During the past year we have made the transition from parenting a teenager to parenting an adult. It wasn’t our choice to make that change which made it all the harder. I have shared my struggle to make that leap for a simple reason: writing is an outlet for me and a way to work through my journey to find the Lord in the process.

When our daughter planted her rebellion flag, my immediate instinct was grief. I was mourning the loss of what I thought our relationship was. I was deep in all the blame of what I had done wrong to allow this to happen.

How did a kid who had the entire world in the palm of her hand, walk away and put a wall between her family and her wants? Turns out it was amazingly easy, she put one foot in front of the other and didn’t even look back. Blind panic and an impulsive nature can put you in a bind.

However, it was my blind spot that turned out to be the struggle that hurt me so badly. I let the struggle become about me. I was wrapped up in my faults, my doubts and my confusion.

A simple part of me felt like it was the ultimate betrayal. A precious and loved child who hits you where it hurts the most — your ego. My entire life has been about the roles that I have had. I’m a great wife but I was prideful of being an amazing mom. Yet here I was, now a candidate for The Worst Mom in the World award, and the hurt was a living thing that made it hard to breathe at times.

I was missing the forest for the trees.

It’s been a year of firsts. The first time we went on vacation without our oldest. The first holidays spent wishing she was here but celebrated without her. The first birthday, mine and hers, without her. It began slowly ... we fell back on our faith and we knew that there was one solid truth throughout all of the process ... God had us in his hands.

We live in a world where bad things happen and we constantly face temptation so it was so easy to be clouded by the details. I simply got to a point where I was exhausted physically and mentally from the pain so I changed up my prayer. I asked God to heal my heart from the pain and to just love her through the process.

I would find myself getting set back in my progress so I wrote my little prayer, “Lord heal my heart,” on sticky notes, stashing them in a few places to remind me throughout the day. It didn’t come overnight. It was well over a year into the process when one day my phone rang and I saw her name pop up and, in complete surprise to me, it didn’t hurt. Instead I was filled with happiness at the idea of her call.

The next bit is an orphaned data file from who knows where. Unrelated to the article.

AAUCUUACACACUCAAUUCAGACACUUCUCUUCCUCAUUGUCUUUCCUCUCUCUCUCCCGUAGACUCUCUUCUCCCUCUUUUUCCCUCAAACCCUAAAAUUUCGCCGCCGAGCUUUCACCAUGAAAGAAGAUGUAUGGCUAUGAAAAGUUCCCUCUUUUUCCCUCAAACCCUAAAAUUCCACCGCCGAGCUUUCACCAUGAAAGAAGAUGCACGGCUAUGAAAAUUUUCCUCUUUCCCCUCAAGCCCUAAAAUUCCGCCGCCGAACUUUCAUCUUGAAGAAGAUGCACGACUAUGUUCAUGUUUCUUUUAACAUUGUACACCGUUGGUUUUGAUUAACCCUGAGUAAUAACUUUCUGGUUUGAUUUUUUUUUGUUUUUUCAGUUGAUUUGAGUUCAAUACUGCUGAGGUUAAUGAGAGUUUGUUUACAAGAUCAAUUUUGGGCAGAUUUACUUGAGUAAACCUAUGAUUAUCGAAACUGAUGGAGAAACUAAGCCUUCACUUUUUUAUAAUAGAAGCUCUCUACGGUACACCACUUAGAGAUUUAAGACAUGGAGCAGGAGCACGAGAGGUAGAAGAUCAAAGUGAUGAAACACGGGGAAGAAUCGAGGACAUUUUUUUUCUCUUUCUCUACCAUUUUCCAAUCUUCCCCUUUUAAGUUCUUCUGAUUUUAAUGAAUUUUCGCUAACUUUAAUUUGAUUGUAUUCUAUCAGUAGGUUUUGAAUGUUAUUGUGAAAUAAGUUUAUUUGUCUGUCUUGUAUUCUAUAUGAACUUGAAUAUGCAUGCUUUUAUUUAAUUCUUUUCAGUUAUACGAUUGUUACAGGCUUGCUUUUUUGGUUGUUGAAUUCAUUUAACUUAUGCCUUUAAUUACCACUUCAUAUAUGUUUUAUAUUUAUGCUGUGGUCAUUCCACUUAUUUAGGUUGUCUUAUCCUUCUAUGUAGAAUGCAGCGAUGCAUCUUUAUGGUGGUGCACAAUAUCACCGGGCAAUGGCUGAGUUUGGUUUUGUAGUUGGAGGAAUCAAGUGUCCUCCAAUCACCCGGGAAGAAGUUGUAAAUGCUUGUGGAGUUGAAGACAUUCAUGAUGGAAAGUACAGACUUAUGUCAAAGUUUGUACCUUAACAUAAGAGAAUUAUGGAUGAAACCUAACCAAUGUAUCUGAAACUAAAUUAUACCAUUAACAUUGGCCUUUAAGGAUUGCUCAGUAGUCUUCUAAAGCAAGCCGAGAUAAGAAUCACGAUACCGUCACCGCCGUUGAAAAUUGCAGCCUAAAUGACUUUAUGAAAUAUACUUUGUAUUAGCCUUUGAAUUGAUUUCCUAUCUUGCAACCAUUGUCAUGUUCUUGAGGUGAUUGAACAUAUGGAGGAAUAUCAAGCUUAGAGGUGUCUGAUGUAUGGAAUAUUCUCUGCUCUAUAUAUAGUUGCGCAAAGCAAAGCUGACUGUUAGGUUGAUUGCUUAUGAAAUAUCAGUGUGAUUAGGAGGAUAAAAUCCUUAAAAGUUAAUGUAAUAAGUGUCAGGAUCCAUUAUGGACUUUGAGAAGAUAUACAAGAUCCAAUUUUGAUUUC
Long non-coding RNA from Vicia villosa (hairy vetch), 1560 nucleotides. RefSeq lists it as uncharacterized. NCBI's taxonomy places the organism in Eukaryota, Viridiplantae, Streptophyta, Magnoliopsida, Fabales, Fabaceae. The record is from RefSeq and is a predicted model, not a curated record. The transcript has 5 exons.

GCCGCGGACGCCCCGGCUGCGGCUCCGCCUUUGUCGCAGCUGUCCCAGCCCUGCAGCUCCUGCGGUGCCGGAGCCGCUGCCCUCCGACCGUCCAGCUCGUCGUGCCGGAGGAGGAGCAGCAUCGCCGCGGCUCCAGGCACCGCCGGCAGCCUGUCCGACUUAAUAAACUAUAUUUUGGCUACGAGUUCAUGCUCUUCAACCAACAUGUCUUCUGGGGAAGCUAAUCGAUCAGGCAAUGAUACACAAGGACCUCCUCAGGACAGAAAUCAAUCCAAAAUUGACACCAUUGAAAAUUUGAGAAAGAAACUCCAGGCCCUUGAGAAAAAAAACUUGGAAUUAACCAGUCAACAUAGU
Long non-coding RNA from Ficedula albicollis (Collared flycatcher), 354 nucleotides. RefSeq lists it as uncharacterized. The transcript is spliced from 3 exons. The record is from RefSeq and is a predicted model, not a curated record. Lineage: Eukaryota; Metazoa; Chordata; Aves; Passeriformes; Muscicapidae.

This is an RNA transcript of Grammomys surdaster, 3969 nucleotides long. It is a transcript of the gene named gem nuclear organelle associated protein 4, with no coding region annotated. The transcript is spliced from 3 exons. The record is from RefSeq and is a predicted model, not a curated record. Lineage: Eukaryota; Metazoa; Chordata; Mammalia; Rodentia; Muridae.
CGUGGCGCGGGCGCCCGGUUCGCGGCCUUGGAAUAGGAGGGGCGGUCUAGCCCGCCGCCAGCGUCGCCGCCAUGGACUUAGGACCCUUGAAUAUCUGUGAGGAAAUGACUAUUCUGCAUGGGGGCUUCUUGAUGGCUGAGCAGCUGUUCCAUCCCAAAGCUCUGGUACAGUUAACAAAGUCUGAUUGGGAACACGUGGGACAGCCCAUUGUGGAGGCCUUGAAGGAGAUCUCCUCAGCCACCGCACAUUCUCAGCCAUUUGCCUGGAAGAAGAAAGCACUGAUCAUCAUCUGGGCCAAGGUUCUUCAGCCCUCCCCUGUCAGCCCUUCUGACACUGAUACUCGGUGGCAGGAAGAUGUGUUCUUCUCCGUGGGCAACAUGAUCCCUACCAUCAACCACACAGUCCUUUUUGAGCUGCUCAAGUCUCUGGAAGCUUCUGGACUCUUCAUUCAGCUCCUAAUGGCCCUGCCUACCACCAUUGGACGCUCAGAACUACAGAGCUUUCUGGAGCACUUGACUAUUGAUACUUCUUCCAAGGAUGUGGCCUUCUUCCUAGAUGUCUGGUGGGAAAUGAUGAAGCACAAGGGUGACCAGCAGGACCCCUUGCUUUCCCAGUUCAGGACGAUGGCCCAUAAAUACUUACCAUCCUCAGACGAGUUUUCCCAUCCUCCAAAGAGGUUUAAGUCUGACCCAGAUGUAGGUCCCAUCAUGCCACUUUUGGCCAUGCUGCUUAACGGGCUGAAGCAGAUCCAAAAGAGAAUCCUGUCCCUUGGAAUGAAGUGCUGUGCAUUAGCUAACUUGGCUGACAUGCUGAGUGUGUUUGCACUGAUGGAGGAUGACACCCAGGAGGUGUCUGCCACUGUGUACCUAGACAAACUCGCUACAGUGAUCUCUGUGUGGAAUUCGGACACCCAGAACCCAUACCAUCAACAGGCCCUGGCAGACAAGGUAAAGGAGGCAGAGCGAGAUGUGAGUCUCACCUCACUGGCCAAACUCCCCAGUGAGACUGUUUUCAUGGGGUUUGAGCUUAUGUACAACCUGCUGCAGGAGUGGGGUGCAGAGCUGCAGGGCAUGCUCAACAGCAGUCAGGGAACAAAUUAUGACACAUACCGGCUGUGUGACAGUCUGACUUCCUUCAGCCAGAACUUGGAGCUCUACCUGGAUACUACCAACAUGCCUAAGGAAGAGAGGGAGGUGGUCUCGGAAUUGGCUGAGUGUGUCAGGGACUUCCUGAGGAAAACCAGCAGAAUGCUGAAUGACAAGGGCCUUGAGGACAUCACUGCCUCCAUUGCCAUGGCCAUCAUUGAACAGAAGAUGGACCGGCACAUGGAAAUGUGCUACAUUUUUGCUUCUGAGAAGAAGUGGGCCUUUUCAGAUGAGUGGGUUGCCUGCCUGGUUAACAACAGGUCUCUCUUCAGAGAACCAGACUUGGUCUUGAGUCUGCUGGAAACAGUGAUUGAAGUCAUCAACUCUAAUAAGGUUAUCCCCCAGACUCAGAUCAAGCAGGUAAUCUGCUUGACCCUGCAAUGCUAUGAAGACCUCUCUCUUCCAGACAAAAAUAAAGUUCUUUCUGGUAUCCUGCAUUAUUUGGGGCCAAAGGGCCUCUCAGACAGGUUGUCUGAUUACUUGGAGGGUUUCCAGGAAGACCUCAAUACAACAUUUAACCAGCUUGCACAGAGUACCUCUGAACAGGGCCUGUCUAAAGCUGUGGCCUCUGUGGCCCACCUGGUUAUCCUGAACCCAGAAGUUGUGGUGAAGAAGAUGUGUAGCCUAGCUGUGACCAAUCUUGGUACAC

We would go on to establish an open line of communication. Nothing has changed in how we treat her, how we talk to her, how we love her, but the “me” in the situation was gone. I let go of the hurt of what her actions did to ME. I stopped focusing on what MY actions could have caused. By taking the “me” out, I could just love her and be there when she was ready.

Will we ever be close again? I believe we have already started down that path. Will we forgive each other of the hurts? Yes, because frankly we must show each other the grace that God shows us. I have no doubts that we won’t forget, it’s human nature not to. Instead of looking back, I’m stubbornly looking forward.

I have learned so much over the path our family has walked this past year but the simple joy that I feel when I see her face or hear her voice reminds me that regardless of anything else, I’m still her mom. No one can wound you like those closest to you yet no one can love you like they can either.

— Kalynn Brazeal is a conservative, Christian wife/mom/country girl carrying around an MBA, several decades of business experience and a strong opinion. Now living in the remoteness of North Dakota, she continues to share her column on life, liberty, the pursuit of happiness and cake. She can be reached by email at kmbrazeal@icloud.com.